DEARBORN, Mich.—Ford says the first Explorer has rolled off the assembly line in Russia, marking the first time in the sport utility vehicle’s 23-year history it has been built outside of the United States.
Built at Ford’s Explorer plant in Chicago since 1990, the move to the Ford Sollers Elabuga Assembly Plant in Russia—about 1,000 kilometres east of Moscow—is the first full-production Explorer to be built internationally.
Previously, only knock-down versions—partially-built vehicles shipped abroad for final assembly—of the Explorer were built outside the U.S.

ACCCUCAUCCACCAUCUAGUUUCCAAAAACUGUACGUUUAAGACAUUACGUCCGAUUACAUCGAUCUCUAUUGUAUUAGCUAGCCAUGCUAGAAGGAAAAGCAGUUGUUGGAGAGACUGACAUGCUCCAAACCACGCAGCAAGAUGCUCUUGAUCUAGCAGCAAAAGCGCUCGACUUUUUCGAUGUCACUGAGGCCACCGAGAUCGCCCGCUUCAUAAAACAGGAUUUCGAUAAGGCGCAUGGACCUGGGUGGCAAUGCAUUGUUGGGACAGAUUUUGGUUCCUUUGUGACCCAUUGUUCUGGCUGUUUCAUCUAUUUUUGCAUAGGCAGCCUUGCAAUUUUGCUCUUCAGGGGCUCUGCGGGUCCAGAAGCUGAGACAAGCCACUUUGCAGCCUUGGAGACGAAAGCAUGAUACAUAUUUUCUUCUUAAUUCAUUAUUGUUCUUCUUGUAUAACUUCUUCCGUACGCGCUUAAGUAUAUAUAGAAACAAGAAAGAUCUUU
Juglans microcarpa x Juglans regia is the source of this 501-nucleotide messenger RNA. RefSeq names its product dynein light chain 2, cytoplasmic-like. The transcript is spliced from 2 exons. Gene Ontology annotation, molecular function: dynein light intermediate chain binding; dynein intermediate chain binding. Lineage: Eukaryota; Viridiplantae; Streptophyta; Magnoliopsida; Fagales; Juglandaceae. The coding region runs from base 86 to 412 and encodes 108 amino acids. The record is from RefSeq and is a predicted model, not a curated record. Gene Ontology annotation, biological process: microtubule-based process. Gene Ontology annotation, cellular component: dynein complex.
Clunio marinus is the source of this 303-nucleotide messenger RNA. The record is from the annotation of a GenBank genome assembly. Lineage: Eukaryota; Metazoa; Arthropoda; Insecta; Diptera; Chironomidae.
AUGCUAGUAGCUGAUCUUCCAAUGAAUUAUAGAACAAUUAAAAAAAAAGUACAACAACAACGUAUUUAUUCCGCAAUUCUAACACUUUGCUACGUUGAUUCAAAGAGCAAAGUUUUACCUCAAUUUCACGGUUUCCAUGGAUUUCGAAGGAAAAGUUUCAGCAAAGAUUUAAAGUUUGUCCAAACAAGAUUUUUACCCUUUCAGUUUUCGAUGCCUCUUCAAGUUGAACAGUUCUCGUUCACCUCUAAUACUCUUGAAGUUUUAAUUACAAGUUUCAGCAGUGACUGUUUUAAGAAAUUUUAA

With exports of the Explorer increasing almost 65 per cent last year from 2011 to more than 24,000 vehicles, the move to Russian production comes in response to growing global demand for SUVs.
According to Ford, SUV sales accounted for 31 per cent of the Russian market in 2012.
“Russia is on its way to being the largest market in Europe and presents an enormous opportunity for growth,” Ford Sollers president and CEO Ted Cannis said in a statement.
“We anticipate SUV sales to continue to grow as Russian customers prefer the image and performance these utility vehicles provide in severe weather and challenging road conditions.”
The automaker says its Ford Sollers partnership plans to hire an additional 500 employees in Russia as production at the Elabuga plant ramps up.
The plant is currently home to some 1,500 employees.